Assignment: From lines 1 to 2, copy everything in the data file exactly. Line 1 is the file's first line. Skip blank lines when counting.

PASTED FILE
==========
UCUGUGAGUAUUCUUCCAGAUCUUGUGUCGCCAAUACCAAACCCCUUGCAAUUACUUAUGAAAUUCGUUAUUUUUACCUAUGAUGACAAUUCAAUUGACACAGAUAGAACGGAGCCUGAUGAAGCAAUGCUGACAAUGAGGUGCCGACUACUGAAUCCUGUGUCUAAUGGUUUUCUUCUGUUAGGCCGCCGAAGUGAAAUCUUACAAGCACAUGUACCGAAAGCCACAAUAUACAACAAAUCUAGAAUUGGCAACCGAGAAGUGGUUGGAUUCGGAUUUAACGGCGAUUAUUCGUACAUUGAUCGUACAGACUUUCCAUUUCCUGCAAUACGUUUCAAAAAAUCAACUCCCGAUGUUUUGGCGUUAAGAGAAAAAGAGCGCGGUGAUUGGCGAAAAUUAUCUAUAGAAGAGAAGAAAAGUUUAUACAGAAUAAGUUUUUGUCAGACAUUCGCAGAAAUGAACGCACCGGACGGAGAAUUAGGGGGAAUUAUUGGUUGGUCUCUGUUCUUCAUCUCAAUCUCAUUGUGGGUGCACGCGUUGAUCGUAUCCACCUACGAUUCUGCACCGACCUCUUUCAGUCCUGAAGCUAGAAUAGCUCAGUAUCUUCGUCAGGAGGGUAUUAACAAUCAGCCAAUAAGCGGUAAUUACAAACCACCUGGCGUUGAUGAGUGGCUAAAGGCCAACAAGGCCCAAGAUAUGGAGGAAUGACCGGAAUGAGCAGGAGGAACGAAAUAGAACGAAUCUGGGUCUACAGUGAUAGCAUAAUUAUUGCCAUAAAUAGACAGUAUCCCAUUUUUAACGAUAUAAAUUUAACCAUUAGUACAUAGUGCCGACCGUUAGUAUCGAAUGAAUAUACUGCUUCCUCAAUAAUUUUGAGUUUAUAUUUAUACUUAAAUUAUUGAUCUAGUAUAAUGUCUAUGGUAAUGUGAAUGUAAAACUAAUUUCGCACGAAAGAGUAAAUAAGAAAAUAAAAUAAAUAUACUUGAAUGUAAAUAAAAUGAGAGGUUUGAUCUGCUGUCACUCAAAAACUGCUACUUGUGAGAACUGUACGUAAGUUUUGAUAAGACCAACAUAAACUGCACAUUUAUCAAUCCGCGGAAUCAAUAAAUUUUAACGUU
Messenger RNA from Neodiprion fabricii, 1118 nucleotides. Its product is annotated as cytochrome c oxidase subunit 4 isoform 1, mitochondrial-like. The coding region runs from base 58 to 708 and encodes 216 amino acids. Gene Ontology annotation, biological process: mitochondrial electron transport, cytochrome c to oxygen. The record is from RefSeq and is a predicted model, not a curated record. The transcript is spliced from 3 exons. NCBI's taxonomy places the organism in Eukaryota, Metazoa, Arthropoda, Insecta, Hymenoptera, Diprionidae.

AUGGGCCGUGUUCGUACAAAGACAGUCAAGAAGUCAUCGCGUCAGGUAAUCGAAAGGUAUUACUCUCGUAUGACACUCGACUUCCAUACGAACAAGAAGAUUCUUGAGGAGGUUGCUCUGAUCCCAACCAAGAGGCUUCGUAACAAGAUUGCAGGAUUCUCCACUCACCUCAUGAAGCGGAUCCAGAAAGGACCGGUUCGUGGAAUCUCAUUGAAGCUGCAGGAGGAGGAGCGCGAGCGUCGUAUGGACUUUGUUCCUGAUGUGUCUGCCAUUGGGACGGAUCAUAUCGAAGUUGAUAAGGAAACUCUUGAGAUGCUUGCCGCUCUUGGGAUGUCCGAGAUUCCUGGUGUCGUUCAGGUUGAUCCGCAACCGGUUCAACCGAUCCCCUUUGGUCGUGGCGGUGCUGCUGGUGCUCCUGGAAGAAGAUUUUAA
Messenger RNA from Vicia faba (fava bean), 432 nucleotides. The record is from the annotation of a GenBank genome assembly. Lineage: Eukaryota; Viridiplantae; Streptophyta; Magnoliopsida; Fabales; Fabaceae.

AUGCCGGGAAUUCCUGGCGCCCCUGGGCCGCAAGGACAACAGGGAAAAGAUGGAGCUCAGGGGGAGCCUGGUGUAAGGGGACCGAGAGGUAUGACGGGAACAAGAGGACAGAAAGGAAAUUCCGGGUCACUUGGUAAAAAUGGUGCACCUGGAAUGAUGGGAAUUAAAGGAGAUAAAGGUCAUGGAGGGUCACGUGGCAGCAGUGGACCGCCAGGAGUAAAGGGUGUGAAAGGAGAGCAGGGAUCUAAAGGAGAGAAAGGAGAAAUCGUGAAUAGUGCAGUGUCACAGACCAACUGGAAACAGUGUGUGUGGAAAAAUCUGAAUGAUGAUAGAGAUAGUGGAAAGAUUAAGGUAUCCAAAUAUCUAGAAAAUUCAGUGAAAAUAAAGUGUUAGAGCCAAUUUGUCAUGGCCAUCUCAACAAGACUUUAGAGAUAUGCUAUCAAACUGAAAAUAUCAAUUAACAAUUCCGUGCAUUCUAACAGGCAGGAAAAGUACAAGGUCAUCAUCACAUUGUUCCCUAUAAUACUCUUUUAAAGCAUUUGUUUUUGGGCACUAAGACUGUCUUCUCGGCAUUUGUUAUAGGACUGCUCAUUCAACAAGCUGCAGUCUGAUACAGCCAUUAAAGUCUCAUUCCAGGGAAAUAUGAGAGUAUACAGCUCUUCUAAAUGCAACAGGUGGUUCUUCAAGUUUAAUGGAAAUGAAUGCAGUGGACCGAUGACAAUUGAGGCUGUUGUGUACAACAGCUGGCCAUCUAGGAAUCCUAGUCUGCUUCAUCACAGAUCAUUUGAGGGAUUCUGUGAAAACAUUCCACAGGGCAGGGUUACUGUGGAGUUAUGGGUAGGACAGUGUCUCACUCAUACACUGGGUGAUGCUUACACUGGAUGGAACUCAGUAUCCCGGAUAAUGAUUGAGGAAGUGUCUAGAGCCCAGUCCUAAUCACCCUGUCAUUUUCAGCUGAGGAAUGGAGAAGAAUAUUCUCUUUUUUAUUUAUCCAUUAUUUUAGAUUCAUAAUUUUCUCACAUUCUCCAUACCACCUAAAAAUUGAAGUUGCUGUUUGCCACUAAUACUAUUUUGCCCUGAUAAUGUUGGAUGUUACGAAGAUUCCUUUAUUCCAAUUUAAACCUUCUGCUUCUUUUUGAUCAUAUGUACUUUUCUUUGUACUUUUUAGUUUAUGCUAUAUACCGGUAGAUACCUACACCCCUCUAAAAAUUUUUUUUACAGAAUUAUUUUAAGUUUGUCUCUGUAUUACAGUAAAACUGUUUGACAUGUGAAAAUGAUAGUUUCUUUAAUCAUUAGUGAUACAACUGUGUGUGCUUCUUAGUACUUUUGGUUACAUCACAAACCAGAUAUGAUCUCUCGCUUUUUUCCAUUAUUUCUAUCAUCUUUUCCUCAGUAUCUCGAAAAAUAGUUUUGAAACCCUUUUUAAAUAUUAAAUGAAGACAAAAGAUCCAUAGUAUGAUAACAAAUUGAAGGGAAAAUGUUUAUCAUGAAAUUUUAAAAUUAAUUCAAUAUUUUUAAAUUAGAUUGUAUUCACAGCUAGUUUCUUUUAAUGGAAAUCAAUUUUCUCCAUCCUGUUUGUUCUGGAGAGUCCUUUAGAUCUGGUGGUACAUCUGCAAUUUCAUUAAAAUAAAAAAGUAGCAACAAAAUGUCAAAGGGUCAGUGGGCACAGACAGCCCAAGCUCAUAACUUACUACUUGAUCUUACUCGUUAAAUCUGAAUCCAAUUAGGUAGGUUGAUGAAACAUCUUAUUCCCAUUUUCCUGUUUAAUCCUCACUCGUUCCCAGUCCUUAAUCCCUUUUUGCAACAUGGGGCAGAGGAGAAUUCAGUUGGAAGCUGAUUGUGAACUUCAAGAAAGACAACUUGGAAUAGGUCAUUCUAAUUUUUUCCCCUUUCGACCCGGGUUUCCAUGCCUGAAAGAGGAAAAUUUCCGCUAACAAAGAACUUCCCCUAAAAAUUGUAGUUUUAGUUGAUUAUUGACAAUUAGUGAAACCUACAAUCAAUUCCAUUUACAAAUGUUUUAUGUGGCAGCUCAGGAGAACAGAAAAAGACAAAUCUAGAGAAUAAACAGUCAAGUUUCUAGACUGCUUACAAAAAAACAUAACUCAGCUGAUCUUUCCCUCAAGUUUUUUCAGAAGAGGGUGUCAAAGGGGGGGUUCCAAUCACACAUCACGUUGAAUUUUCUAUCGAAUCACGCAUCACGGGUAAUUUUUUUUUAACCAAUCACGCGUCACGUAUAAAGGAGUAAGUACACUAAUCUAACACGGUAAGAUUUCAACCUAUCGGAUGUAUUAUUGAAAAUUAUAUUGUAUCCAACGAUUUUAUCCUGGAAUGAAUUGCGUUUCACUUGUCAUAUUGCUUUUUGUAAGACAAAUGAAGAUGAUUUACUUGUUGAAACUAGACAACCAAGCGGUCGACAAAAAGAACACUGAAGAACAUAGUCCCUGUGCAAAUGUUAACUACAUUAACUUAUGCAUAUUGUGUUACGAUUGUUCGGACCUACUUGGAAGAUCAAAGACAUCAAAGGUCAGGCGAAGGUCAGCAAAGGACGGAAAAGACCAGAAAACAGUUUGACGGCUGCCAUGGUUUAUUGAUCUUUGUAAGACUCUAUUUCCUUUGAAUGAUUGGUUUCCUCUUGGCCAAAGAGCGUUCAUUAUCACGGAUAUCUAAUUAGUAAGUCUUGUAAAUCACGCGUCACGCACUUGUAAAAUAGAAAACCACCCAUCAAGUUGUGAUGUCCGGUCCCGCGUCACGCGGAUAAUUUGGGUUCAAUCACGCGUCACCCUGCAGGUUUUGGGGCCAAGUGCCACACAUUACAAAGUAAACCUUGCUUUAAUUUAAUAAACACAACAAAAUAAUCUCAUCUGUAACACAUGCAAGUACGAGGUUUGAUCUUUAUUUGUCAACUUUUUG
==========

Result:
UCUGUGAGUAUUCUUCCAGAUCUUGUGUCGCCAAUACCAAACCCCUUGCAAUUACUUAUGAAAUUCGUUAUUUUUACCUAUGAUGACAAUUCAAUUGACACAGAUAGAACGGAGCCUGAUGAAGCAAUGCUGACAAUGAGGUGCCGACUACUGAAUCCUGUGUCUAAUGGUUUUCUUCUGUUAGGCCGCCGAAGUGAAAUCUUACAAGCACAUGUACCGAAAGCCACAAUAUACAACAAAUCUAGAAUUGGCAACCGAGAAGUGGUUGGAUUCGGAUUUAACGGCGAUUAUUCGUACAUUGAUCGUACAGACUUUCCAUUUCCUGCAAUACGUUUCAAAAAAUCAACUCCCGAUGUUUUGGCGUUAAGAGAAAAAGAGCGCGGUGAUUGGCGAAAAUUAUCUAUAGAAGAGAAGAAAAGUUUAUACAGAAUAAGUUUUUGUCAGACAUUCGCAGAAAUGAACGCACCGGACGGAGAAUUAGGGGGAAUUAUUGGUUGGUCUCUGUUCUUCAUCUCAAUCUCAUUGUGGGUGCACGCGUUGAUCGUAUCCACCUACGAUUCUGCACCGACCUCUUUCAGUCCUGAAGCUAGAAUAGCUCAGUAUCUUCGUCAGGAGGGUAUUAACAAUCAGCCAAUAAGCGGUAAUUACAAACCACCUGGCGUUGAUGAGUGGCUAAAGGCCAACAAGGCCCAAGAUAUGGAGGAAUGACCGGAAUGAGCAGGAGGAACGAAAUAGAACGAAUCUGGGUCUACAGUGAUAGCAUAAUUAUUGCCAUAAAUAGACAGUAUCCCAUUUUUAACGAUAUAAAUUUAACCAUUAGUACAUAGUGCCGACCGUUAGUAUCGAAUGAAUAUACUGCUUCCUCAAUAAUUUUGAGUUUAUAUUUAUACUUAAAUUAUUGAUCUAGUAUAAUGUCUAUGGUAAUGUGAAUGUAAAACUAAUUUCGCACGAAAGAGUAAAUAAGAAAAUAAAAUAAAUAUACUUGAAUGUAAAUAAAAUGAGAGGUUUGAUCUGCUGUCACUCAAAAACUGCUACUUGUGAGAACUGUACGUAAGUUUUGAUAAGACCAACAUAAACUGCACAUUUAUCAAUCCGCGGAAUCAAUAAAUUUUAACGUU
Messenger RNA from Neodiprion fabricii, 1118 nucleotides. Its product is annotated as cytochrome c oxidase subunit 4 isoform 1, mitochondrial-like. The coding region runs from base 58 to 708 and encodes 216 amino acids. Gene Ontology annotation, biological process: mitochondrial electron transport, cytochrome c to oxygen. The record is from RefSeq and is a predicted model, not a curated record. The transcript is spliced from 3 exons. NCBI's taxonomy places the organism in Eukaryota, Metazoa, Arthropoda, Insecta, Hymenoptera, Diprionidae.